Was there ever an age of innocence?

I often use this old Victorian Christmas card as a cover picture on my Facebook profile because I like the fiction of it, that there was once a time when children were innocent and approached holidays with a sense of untroubled joy.

Edith Wharton’s Pulitzer Prize-Winning The Age of Innocence while on the surface purporting to be set in a more glorified time of wonder, portrays no innocence. Whatton considered the title to be ironic.

Even if we go back in time no farther than Charles Dickens work, we see that childhood, in general, wasn’t a sheltered time of grace. We hope, of course, that our children and grandchildren will remain innocent even into grade school. And depending on their circumstances, they may truly have no knowledge of the worst the world–or even their neighborhood–has to offer.

I’m glad that my two granddaughters don’t know what I know. Yet, assuming no catastrophe alters their lives, they don’t yet know anything about many evil things. Sadly, we must begin chipping away at their innocence to keep them safe: “Don’t get in a stranger’s car,” “Don’t wander away from your group on a school field trip,” etc.

Novelist Robertson Davies wrote that ““One learns one’s mystery at the price of one’s innocence.” Long term, that is true. Personally, I favor my own mystery over innocence, but I want children in general and my two granddaughters in particular, to have a few years of wonder and magic before they learn the harsh realities of the world.

These old Christmas cards make me believe that might be possible.








Allowing children to experience the innocence of childhood

These Victorian Christmas images are expressions of one of the greatest gifts we can give our children, the parental support within a happy home that allows them to begin their lives safe within the innocence of childhood.

Children will learn the harsh truths of the world soon enough. Some say, their kids have a better chance of survival when they’re reared from day one in a boot camp-style environment with Pop as the Great Santini and Mom as the Wicked Witch of the West. I don’t agree. A few years of innocence made me stronger because those years taught me that strength and honesty don’t require us to wear cynicism and brutal honesty on our coats like badges of honor.

Once lost, recapturing the magic of innocence lost too soon is more difficult than unringing a bell. Children, then young adults, and then adults can build on that magic forever regardless of the slings and arrows they see or experience as they grow older. Like all wonderful memories, the innocence that’s given time to grow can be drawn on later on in life as a talisman against everything that’s ugly and unjust.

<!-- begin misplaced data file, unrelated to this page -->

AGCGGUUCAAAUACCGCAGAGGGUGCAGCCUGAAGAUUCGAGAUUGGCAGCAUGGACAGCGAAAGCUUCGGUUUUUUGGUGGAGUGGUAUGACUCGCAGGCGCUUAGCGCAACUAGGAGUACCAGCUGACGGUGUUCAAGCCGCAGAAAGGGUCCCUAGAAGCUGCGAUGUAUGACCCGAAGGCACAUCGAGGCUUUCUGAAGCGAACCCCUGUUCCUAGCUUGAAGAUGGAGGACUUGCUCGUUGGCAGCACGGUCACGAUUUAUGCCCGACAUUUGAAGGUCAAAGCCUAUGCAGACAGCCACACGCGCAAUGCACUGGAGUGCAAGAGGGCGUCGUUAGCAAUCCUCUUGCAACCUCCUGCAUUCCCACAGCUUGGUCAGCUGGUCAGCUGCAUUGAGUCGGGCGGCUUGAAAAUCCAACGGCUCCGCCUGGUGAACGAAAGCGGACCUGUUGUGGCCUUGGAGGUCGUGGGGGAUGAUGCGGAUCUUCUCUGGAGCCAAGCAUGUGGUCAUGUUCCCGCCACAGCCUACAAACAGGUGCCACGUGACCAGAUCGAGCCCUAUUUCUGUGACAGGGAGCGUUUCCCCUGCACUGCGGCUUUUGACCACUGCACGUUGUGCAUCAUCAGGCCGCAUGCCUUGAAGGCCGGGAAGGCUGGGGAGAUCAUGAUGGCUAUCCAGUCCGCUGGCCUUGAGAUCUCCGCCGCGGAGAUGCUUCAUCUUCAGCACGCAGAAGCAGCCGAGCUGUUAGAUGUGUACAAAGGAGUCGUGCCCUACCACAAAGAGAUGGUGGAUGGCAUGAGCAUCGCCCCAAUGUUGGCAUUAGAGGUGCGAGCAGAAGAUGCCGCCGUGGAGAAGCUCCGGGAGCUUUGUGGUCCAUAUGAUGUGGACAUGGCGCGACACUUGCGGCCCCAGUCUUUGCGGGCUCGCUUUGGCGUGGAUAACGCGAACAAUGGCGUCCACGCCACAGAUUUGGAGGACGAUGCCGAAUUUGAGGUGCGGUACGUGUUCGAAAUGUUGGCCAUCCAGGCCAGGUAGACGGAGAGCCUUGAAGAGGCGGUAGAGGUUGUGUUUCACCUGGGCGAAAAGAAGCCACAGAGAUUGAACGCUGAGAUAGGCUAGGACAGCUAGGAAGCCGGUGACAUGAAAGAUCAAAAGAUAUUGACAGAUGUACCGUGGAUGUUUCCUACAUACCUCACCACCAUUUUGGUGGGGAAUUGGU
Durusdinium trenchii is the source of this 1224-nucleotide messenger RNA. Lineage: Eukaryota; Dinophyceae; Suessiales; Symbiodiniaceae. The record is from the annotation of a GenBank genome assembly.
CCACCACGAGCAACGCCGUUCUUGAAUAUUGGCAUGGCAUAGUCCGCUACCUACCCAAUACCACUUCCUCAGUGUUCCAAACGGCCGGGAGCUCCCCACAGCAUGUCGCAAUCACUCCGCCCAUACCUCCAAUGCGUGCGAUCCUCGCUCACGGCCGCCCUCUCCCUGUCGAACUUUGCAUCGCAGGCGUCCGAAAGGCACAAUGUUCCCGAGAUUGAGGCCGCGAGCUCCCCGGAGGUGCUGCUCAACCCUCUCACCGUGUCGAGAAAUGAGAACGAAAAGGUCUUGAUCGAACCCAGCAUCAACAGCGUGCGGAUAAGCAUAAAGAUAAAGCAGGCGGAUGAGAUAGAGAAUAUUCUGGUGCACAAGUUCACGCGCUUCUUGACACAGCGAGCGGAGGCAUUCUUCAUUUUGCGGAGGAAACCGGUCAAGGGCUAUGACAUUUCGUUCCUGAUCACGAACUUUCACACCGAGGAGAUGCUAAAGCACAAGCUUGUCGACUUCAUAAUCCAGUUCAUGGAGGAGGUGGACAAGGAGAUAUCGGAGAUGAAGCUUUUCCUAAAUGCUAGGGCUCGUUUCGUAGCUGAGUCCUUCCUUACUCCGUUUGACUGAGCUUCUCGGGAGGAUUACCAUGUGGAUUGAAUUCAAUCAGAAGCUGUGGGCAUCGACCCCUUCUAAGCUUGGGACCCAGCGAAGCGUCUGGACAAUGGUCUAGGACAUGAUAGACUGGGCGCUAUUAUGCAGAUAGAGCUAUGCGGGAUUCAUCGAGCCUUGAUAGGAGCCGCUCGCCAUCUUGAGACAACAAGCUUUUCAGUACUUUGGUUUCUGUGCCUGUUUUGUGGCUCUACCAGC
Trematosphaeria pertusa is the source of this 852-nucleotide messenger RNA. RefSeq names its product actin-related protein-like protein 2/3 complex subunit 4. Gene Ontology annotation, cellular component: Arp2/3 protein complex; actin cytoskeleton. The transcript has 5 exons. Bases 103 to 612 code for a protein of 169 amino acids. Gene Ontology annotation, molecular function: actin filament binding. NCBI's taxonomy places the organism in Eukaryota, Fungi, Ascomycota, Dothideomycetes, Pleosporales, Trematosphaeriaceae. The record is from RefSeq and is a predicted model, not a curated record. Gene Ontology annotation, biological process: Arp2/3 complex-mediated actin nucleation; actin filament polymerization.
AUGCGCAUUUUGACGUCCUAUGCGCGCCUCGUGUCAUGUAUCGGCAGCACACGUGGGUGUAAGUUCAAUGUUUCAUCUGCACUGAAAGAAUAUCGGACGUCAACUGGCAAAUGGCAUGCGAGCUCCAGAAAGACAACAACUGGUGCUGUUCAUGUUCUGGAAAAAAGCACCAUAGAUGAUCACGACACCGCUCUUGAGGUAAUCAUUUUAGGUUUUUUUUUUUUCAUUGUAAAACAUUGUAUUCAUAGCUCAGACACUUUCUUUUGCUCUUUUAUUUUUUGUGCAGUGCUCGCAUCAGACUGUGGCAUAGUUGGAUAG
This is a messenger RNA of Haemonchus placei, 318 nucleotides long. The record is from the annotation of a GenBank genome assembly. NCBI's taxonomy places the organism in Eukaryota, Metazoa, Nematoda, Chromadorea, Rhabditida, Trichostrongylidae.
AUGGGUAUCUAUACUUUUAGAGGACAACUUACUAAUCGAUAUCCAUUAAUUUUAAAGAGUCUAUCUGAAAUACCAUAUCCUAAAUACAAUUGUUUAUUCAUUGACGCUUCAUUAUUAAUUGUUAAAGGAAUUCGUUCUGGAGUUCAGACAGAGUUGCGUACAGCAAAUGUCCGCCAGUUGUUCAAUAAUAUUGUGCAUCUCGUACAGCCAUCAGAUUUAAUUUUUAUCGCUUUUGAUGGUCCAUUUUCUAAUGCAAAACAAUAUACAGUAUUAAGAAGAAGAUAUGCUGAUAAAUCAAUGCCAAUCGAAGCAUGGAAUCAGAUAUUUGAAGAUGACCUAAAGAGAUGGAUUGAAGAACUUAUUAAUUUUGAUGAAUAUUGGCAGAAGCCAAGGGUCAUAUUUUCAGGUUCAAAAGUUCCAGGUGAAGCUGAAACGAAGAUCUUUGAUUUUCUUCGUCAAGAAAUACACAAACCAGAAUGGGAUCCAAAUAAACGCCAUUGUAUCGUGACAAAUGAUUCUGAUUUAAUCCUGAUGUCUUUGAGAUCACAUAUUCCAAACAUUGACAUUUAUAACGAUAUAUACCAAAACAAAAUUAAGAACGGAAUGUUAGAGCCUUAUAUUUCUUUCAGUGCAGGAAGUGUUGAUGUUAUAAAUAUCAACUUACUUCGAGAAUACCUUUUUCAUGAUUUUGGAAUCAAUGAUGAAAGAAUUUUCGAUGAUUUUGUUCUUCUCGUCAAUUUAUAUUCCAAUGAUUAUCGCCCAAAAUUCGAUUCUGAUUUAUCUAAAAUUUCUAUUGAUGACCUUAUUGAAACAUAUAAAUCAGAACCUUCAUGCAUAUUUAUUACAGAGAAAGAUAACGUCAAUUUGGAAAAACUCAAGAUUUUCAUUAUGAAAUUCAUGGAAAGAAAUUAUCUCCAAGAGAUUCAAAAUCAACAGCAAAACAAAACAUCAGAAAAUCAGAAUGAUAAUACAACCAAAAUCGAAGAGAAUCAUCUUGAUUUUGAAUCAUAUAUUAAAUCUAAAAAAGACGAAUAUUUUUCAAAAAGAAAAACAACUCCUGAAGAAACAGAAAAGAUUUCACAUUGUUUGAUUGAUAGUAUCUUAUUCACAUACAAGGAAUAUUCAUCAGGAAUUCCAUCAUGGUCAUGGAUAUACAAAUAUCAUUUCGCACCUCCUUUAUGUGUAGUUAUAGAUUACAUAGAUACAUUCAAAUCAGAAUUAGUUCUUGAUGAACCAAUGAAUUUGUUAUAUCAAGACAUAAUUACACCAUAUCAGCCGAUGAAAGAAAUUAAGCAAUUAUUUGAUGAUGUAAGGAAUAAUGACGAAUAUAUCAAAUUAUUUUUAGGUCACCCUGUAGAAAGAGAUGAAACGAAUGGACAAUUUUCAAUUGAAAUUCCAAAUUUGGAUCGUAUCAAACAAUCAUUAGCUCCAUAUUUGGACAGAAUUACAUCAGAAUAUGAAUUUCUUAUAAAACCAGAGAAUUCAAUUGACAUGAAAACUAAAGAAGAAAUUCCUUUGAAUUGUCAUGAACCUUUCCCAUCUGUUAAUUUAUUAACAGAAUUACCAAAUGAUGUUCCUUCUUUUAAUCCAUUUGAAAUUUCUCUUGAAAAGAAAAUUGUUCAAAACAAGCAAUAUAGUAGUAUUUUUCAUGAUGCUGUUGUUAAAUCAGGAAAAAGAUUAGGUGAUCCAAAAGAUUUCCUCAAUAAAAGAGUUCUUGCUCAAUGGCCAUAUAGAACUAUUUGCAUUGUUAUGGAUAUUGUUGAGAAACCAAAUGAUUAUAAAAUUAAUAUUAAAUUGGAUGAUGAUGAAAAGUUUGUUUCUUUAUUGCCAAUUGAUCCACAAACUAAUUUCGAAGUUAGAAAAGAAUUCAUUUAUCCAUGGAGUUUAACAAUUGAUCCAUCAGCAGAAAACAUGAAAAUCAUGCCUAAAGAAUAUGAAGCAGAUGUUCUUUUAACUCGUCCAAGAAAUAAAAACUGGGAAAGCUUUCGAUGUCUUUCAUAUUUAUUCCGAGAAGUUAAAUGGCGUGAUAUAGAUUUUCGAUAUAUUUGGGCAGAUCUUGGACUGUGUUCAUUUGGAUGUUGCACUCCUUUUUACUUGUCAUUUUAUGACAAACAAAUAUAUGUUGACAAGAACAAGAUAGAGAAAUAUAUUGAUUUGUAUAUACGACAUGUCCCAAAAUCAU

The old question “when do you tell your kids Santa isn’t real in the way portrayed in Christmas cards?” seems to represent the dilemma most parents face about all kinds of truths they must ultimately explain to their children. Sooner or later, we’re all told not to take candy from strangers or accept a ride home from school by an adult we don’t know. It’s hard to say “why not?” without communicating the reason why not. Today’s parents have opted for postponing that explanation for a while by driving their kids to school when older generations of kids rode bikes or walked. A lot of variables come into play when deciding, for one’s own children, when to take away some of the magic and when to take away some of the freedom available when they slowly gain their independence from a parent’s smothering and watchful eye.

In a world where instances of child abuse and human trafficking are higher than many adults allow themselves to believe, some will ask how we can celebrate the innocence of any child by displaying Victorian Christmas cards or other positive messages of the season when many children are suffering. My response, is how can we not? We can’t solve the wrongs of the world by keeping quiet about what’s right with the world.

Every child, I think, deserves a chance to experience the innate goodness into which s/he is born. Then they’ll always have that strong magic do draw upon when confronted by those who have no magic or goodness.


Malcolm R. Campbell’s hero’s journey novel “The Sun Singer” and heroine’s journey novel “Sarabande” are based on the concept that that while the trials we survive can make us stronger, the magic each of us carries ensures we’ll survive those trials.